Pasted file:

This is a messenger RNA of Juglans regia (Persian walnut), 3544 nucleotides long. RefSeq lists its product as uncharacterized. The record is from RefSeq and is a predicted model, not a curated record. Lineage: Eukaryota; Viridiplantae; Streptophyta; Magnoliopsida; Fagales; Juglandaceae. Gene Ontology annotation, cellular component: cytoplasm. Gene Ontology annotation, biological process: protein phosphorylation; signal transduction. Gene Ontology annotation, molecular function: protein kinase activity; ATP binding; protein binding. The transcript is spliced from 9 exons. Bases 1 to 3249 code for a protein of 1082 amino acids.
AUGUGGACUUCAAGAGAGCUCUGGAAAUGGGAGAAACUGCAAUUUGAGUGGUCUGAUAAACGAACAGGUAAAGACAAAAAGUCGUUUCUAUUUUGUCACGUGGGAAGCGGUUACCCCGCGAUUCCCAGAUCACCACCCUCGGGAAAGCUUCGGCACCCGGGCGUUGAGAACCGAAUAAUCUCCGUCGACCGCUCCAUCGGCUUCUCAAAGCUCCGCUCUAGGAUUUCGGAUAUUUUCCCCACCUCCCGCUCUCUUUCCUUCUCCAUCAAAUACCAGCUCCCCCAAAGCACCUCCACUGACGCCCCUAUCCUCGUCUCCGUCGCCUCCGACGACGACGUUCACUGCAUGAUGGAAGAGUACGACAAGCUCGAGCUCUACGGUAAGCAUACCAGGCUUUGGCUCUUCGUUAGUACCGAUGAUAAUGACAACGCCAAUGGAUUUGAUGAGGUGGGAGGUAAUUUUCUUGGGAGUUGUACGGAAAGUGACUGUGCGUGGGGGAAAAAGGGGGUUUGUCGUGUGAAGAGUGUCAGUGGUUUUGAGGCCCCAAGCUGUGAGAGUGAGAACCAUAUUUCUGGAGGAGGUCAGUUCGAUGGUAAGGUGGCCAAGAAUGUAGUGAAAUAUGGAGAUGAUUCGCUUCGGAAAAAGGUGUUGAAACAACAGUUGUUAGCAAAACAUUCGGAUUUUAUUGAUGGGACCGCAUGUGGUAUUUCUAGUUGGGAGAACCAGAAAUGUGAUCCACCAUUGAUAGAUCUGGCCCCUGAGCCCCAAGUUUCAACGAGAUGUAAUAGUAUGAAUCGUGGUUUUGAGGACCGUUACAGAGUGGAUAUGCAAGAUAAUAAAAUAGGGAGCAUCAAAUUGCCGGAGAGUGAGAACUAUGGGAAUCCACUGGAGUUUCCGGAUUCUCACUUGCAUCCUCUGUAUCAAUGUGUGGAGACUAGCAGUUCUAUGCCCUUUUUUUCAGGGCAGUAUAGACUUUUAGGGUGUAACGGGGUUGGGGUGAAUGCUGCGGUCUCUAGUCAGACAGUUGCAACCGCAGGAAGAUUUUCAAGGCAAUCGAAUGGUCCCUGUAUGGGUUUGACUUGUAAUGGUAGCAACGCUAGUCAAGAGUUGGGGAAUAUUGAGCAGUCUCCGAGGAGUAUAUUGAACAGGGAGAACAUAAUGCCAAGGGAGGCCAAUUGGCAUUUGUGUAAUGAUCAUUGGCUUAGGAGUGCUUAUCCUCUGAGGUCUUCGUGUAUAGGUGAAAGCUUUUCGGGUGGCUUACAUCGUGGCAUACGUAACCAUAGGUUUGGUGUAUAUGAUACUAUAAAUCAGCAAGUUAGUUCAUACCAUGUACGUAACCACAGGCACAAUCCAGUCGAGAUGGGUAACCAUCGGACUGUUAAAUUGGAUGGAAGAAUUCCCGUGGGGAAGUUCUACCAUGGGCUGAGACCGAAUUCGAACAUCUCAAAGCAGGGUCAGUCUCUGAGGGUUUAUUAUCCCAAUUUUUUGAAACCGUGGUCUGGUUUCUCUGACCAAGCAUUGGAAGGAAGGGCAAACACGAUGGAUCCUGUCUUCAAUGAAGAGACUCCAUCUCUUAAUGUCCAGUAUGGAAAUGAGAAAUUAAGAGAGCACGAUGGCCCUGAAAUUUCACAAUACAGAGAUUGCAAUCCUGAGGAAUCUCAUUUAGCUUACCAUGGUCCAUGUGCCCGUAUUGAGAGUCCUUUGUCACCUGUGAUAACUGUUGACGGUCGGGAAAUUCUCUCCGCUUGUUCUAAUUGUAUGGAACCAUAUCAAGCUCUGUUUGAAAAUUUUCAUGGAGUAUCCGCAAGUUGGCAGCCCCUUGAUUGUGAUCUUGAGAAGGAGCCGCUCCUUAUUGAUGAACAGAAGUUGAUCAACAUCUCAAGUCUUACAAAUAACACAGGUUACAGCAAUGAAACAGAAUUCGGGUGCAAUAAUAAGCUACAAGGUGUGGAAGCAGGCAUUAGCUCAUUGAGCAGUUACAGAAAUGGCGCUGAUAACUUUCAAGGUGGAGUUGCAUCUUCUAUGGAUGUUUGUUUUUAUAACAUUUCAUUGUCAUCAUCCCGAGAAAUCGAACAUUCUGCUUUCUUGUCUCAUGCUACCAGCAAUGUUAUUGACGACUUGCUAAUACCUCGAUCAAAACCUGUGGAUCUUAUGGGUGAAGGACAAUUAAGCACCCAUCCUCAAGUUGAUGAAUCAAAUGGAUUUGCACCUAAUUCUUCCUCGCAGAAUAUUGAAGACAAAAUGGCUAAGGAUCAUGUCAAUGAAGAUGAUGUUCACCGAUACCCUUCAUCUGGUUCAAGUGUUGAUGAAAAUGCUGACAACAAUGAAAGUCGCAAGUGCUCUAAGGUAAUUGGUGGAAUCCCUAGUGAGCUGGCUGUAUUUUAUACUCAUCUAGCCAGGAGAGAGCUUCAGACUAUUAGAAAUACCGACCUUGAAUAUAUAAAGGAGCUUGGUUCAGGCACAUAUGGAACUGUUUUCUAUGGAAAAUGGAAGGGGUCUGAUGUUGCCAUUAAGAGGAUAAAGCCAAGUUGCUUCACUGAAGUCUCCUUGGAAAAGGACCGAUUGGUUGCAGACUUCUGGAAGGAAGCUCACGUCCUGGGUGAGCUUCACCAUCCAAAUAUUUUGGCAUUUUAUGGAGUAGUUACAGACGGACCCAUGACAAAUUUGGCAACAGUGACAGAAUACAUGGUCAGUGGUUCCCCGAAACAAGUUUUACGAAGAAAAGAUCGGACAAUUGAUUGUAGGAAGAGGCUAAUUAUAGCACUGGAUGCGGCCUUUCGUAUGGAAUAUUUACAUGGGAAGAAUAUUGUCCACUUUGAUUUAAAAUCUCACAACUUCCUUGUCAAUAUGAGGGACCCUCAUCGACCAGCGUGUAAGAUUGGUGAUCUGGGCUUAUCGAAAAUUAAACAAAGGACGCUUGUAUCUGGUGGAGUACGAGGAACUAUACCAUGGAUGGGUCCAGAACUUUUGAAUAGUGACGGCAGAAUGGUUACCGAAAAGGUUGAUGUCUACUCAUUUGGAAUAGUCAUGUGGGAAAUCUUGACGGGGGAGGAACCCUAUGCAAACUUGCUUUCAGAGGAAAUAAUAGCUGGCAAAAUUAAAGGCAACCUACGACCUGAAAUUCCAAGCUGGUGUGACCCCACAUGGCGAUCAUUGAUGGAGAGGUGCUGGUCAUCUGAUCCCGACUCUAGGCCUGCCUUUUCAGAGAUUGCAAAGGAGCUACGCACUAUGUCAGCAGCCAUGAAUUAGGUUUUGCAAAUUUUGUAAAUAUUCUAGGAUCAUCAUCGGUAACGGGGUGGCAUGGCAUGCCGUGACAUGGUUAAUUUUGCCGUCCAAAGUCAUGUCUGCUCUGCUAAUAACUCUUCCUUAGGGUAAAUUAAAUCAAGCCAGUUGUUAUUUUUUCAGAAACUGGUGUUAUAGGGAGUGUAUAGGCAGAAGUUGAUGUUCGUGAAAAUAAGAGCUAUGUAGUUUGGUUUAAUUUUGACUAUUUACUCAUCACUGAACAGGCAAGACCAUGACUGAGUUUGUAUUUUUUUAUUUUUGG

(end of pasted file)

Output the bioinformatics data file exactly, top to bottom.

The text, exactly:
This is a messenger RNA of Juglans regia (Persian walnut), 3544 nucleotides long. RefSeq lists its product as uncharacterized. The record is from RefSeq and is a predicted model, not a curated record. Lineage: Eukaryota; Viridiplantae; Streptophyta; Magnoliopsida; Fagales; Juglandaceae. Gene Ontology annotation, cellular component: cytoplasm. Gene Ontology annotation, biological process: protein phosphorylation; signal transduction. Gene Ontology annotation, molecular function: protein kinase activity; ATP binding; protein binding. The transcript is spliced from 9 exons. Bases 1 to 3249 code for a protein of 1082 amino acids.
AUGUGGACUUCAAGAGAGCUCUGGAAAUGGGAGAAACUGCAAUUUGAGUGGUCUGAUAAACGAACAGGUAAAGACAAAAAGUCGUUUCUAUUUUGUCACGUGGGAAGCGGUUACCCCGCGAUUCCCAGAUCACCACCCUCGGGAAAGCUUCGGCACCCGGGCGUUGAGAACCGAAUAAUCUCCGUCGACCGCUCCAUCGGCUUCUCAAAGCUCCGCUCUAGGAUUUCGGAUAUUUUCCCCACCUCCCGCUCUCUUUCCUUCUCCAUCAAAUACCAGCUCCCCCAAAGCACCUCCACUGACGCCCCUAUCCUCGUCUCCGUCGCCUCCGACGACGACGUUCACUGCAUGAUGGAAGAGUACGACAAGCUCGAGCUCUACGGUAAGCAUACCAGGCUUUGGCUCUUCGUUAGUACCGAUGAUAAUGACAACGCCAAUGGAUUUGAUGAGGUGGGAGGUAAUUUUCUUGGGAGUUGUACGGAAAGUGACUGUGCGUGGGGGAAAAAGGGGGUUUGUCGUGUGAAGAGUGUCAGUGGUUUUGAGGCCCCAAGCUGUGAGAGUGAGAACCAUAUUUCUGGAGGAGGUCAGUUCGAUGGUAAGGUGGCCAAGAAUGUAGUGAAAUAUGGAGAUGAUUCGCUUCGGAAAAAGGUGUUGAAACAACAGUUGUUAGCAAAACAUUCGGAUUUUAUUGAUGGGACCGCAUGUGGUAUUUCUAGUUGGGAGAACCAGAAAUGUGAUCCACCAUUGAUAGAUCUGGCCCCUGAGCCCCAAGUUUCAACGAGAUGUAAUAGUAUGAAUCGUGGUUUUGAGGACCGUUACAGAGUGGAUAUGCAAGAUAAUAAAAUAGGGAGCAUCAAAUUGCCGGAGAGUGAGAACUAUGGGAAUCCACUGGAGUUUCCGGAUUCUCACUUGCAUCCUCUGUAUCAAUGUGUGGAGACUAGCAGUUCUAUGCCCUUUUUUUCAGGGCAGUAUAGACUUUUAGGGUGUAACGGGGUUGGGGUGAAUGCUGCGGUCUCUAGUCAGACAGUUGCAACCGCAGGAAGAUUUUCAAGGCAAUCGAAUGGUCCCUGUAUGGGUUUGACUUGUAAUGGUAGCAACGCUAGUCAAGAGUUGGGGAAUAUUGAGCAGUCUCCGAGGAGUAUAUUGAACAGGGAGAACAUAAUGCCAAGGGAGGCCAAUUGGCAUUUGUGUAAUGAUCAUUGGCUUAGGAGUGCUUAUCCUCUGAGGUCUUCGUGUAUAGGUGAAAGCUUUUCGGGUGGCUUACAUCGUGGCAUACGUAACCAUAGGUUUGGUGUAUAUGAUACUAUAAAUCAGCAAGUUAGUUCAUACCAUGUACGUAACCACAGGCACAAUCCAGUCGAGAUGGGUAACCAUCGGACUGUUAAAUUGGAUGGAAGAAUUCCCGUGGGGAAGUUCUACCAUGGGCUGAGACCGAAUUCGAACAUCUCAAAGCAGGGUCAGUCUCUGAGGGUUUAUUAUCCCAAUUUUUUGAAACCGUGGUCUGGUUUCUCUGACCAAGCAUUGGAAGGAAGGGCAAACACGAUGGAUCCUGUCUUCAAUGAAGAGACUCCAUCUCUUAAUGUCCAGUAUGGAAAUGAGAAAUUAAGAGAGCACGAUGGCCCUGAAAUUUCACAAUACAGAGAUUGCAAUCCUGAGGAAUCUCAUUUAGCUUACCAUGGUCCAUGUGCCCGUAUUGAGAGUCCUUUGUCACCUGUGAUAACUGUUGACGGUCGGGAAAUUCUCUCCGCUUGUUCUAAUUGUAUGGAACCAUAUCAAGCUCUGUUUGAAAAUUUUCAUGGAGUAUCCGCAAGUUGGCAGCCCCUUGAUUGUGAUCUUGAGAAGGAGCCGCUCCUUAUUGAUGAACAGAAGUUGAUCAACAUCUCAAGUCUUACAAAUAACACAGGUUACAGCAAUGAAACAGAAUUCGGGUGCAAUAAUAAGCUACAAGGUGUGGAAGCAGGCAUUAGCUCAUUGAGCAGUUACAGAAAUGGCGCUGAUAACUUUCAAGGUGGAGUUGCAUCUUCUAUGGAUGUUUGUUUUUAUAACAUUUCAUUGUCAUCAUCCCGAGAAAUCGAACAUUCUGCUUUCUUGUCUCAUGCUACCAGCAAUGUUAUUGACGACUUGCUAAUACCUCGAUCAAAACCUGUGGAUCUUAUGGGUGAAGGACAAUUAAGCACCCAUCCUCAAGUUGAUGAAUCAAAUGGAUUUGCACCUAAUUCUUCCUCGCAGAAUAUUGAAGACAAAAUGGCUAAGGAUCAUGUCAAUGAAGAUGAUGUUCACCGAUACCCUUCAUCUGGUUCAAGUGUUGAUGAAAAUGCUGACAACAAUGAAAGUCGCAAGUGCUCUAAGGUAAUUGGUGGAAUCCCUAGUGAGCUGGCUGUAUUUUAUACUCAUCUAGCCAGGAGAGAGCUUCAGACUAUUAGAAAUACCGACCUUGAAUAUAUAAAGGAGCUUGGUUCAGGCACAUAUGGAACUGUUUUCUAUGGAAAAUGGAAGGGGUCUGAUGUUGCCAUUAAGAGGAUAAAGCCAAGUUGCUUCACUGAAGUCUCCUUGGAAAAGGACCGAUUGGUUGCAGACUUCUGGAAGGAAGCUCACGUCCUGGGUGAGCUUCACCAUCCAAAUAUUUUGGCAUUUUAUGGAGUAGUUACAGACGGACCCAUGACAAAUUUGGCAACAGUGACAGAAUACAUGGUCAGUGGUUCCCCGAAACAAGUUUUACGAAGAAAAGAUCGGACAAUUGAUUGUAGGAAGAGGCUAAUUAUAGCACUGGAUGCGGCCUUUCGUAUGGAAUAUUUACAUGGGAAGAAUAUUGUCCACUUUGAUUUAAAAUCUCACAACUUCCUUGUCAAUAUGAGGGACCCUCAUCGACCAGCGUGUAAGAUUGGUGAUCUGGGCUUAUCGAAAAUUAAACAAAGGACGCUUGUAUCUGGUGGAGUACGAGGAACUAUACCAUGGAUGGGUCCAGAACUUUUGAAUAGUGACGGCAGAAUGGUUACCGAAAAGGUUGAUGUCUACUCAUUUGGAAUAGUCAUGUGGGAAAUCUUGACGGGGGAGGAACCCUAUGCAAACUUGCUUUCAGAGGAAAUAAUAGCUGGCAAAAUUAAAGGCAACCUACGACCUGAAAUUCCAAGCUGGUGUGACCCCACAUGGCGAUCAUUGAUGGAGAGGUGCUGGUCAUCUGAUCCCGACUCUAGGCCUGCCUUUUCAGAGAUUGCAAAGGAGCUACGCACUAUGUCAGCAGCCAUGAAUUAGGUUUUGCAAAUUUUGUAAAUAUUCUAGGAUCAUCAUCGGUAACGGGGUGGCAUGGCAUGCCGUGACAUGGUUAAUUUUGCCGUCCAAAGUCAUGUCUGCUCUGCUAAUAACUCUUCCUUAGGGUAAAUUAAAUCAAGCCAGUUGUUAUUUUUUCAGAAACUGGUGUUAUAGGGAGUGUAUAGGCAGAAGUUGAUGUUCGUGAAAAUAAGAGCUAUGUAGUUUGGUUUAAUUUUGACUAUUUACUCAUCACUGAACAGGCAAGACCAUGACUGAGUUUGUAUUUUUUUAUUUUUGG